HONG KONG (Reuters) – Japanese brokerage Nomura Holdings Inc (8604.T) plans to shed another 80 jobs in the next few months in Asia, excluding Japan, sources familiar with the matter said.
Nomura joins other major banks in slashing more jobs across Asia, a region hit hard by the financial crisis. In September, Nomura bought the Asian, European and Middle Eastern assets of Lehman Brothers, shortly after the New York brokerage collapsed.
One source familiar with the matter said most of the roughly 80 jobs would be in the investment banking division. Asia lay-offs at the bank late last year mainly hit the fixed income and equities units.
In December, local media in Tokyo said that Nomura was laying off more than 100 employees from its Asia-Pacific operations by the end of the month.
The roughly 80 jobs targeted would be on top of the December cuts, sources said. Of that 80, some were cut in the last few weeks, and the rest will be spread out over the next couple of months.
Around 25 are expected to get pink slips on Wednesday, according to one of the sources.
“As part of the transition process, we are always evaluating business opportunities in light of changing market conditions and are now making strategic decisions about resource allocation and employment levels,” said Nomura spokesman Matthew Russell.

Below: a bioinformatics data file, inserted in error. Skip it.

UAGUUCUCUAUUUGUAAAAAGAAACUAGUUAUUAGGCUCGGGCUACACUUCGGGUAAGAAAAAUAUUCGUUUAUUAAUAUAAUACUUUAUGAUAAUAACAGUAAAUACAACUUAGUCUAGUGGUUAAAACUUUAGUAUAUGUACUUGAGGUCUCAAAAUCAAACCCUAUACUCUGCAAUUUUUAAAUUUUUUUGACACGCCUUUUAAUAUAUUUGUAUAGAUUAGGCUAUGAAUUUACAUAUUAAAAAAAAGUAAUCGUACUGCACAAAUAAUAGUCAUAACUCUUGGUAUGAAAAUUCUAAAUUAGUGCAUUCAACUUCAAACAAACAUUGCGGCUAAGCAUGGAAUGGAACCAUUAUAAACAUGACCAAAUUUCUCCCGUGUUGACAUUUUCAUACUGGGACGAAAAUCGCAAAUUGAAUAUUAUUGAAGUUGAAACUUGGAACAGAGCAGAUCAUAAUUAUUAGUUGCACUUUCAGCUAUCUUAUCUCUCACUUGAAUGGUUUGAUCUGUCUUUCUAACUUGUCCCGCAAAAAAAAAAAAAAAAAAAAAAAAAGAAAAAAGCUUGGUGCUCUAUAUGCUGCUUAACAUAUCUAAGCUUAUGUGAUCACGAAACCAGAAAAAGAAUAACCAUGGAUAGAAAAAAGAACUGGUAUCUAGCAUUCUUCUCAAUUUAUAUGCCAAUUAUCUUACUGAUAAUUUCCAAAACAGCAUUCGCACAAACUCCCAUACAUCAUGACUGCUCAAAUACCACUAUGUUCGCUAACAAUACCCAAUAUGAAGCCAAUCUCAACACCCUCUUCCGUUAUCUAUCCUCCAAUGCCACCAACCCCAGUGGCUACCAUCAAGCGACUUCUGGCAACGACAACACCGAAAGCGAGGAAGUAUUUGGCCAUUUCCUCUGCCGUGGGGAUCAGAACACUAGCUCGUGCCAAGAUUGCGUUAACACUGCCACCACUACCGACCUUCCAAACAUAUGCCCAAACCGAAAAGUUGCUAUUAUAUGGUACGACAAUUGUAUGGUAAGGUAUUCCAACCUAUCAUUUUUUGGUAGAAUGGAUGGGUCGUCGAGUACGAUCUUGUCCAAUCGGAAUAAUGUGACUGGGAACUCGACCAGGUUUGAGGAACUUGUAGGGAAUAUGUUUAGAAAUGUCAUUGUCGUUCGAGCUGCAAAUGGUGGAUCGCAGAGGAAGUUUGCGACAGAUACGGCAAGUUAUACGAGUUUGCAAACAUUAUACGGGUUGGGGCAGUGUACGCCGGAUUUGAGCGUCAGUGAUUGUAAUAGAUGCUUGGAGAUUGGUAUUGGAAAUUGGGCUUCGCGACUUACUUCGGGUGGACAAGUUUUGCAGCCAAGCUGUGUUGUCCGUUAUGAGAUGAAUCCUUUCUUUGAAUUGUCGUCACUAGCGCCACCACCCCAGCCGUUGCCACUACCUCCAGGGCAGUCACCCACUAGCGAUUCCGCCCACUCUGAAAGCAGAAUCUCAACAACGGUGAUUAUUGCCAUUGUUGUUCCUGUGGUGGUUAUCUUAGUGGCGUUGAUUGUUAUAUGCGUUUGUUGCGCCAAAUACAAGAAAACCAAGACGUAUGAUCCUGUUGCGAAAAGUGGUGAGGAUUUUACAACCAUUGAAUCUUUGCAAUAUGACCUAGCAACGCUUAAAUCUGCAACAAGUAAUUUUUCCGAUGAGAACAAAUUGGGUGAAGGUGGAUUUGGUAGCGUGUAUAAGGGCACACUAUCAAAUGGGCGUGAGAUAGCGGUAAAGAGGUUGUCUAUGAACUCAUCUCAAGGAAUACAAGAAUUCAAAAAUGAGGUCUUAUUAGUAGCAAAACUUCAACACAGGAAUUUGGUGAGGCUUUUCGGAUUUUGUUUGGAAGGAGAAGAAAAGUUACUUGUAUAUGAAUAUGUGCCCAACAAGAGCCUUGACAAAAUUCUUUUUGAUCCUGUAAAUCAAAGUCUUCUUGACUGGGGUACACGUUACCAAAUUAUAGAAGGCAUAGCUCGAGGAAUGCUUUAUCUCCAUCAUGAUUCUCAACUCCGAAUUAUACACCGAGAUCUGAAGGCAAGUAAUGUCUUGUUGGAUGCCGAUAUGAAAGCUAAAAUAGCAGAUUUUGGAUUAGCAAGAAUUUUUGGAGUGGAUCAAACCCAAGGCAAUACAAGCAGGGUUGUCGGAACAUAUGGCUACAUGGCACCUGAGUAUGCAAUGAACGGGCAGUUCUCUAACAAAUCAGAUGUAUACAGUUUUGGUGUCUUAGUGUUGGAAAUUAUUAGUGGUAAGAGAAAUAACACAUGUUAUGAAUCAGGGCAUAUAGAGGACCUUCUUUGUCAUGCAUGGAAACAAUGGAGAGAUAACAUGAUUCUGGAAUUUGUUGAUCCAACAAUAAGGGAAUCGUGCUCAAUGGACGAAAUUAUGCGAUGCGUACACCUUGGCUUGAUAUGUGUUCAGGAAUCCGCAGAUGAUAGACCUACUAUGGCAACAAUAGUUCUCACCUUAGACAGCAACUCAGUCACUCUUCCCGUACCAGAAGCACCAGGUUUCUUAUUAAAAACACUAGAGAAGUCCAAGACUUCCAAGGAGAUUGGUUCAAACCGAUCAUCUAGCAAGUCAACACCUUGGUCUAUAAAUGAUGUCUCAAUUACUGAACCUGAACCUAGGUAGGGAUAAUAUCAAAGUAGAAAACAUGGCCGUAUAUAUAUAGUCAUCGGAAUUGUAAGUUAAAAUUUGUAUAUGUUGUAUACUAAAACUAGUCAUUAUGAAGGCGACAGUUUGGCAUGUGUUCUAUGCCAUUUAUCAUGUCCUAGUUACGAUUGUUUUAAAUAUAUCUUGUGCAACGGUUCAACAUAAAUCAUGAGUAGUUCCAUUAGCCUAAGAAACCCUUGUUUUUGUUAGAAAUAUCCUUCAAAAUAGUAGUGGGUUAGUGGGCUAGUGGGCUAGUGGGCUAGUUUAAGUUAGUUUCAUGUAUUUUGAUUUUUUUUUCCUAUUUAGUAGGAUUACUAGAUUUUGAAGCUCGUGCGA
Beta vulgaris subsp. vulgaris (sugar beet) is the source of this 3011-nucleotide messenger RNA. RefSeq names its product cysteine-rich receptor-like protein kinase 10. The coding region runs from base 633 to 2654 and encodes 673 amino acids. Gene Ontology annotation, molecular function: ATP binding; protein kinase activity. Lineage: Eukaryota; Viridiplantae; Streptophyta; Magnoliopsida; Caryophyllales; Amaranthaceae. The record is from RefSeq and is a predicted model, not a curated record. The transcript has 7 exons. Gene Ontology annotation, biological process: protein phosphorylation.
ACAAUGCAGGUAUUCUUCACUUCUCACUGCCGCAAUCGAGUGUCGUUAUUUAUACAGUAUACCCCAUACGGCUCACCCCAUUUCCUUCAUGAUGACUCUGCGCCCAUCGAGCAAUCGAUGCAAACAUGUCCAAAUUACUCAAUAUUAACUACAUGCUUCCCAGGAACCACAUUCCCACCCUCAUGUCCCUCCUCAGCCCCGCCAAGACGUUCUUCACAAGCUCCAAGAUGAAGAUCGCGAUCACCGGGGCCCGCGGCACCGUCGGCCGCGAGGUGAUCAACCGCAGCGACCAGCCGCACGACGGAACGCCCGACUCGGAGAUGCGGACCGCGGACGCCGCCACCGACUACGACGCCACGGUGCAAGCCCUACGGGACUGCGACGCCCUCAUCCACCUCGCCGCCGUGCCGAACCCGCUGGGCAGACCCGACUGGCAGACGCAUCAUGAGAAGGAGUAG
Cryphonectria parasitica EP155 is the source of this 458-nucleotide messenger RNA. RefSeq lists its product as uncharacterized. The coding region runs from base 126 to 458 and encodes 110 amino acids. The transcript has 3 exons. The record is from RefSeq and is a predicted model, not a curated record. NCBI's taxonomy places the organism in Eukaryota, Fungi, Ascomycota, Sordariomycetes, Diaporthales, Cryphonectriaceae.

“This process will continue to evolve as market conditions change. The objective is to ensure that the company remains competitive in the markets where we operate,” he said.
As of the end of September, Nomura had a total of 18,971 employees, with 1,180 people in Asia, excluding Japan. Nomura took on about 1,500 employees from Lehman’s operations in the Asia-Pacific region when it struck the deal.
A total of 8,000 Lehman employees joined Nomura globally.
Nomura plans to use the Lehman acquisition to strengthen its banking presence beyond Japan. Since the deal, however, global markets have fallen sharply, causing further pain for the banking industry.
Nomura, however, is continuing to hire in certain areas. In Asia, it has poached two former Citigroup (C.N) bankers for its investment banking team: Shaheryar Chishty and Marc Benton.
By Clare Jim and Michael Flaherty
(Editing by Jacqueline Wong and Rupert Winchester)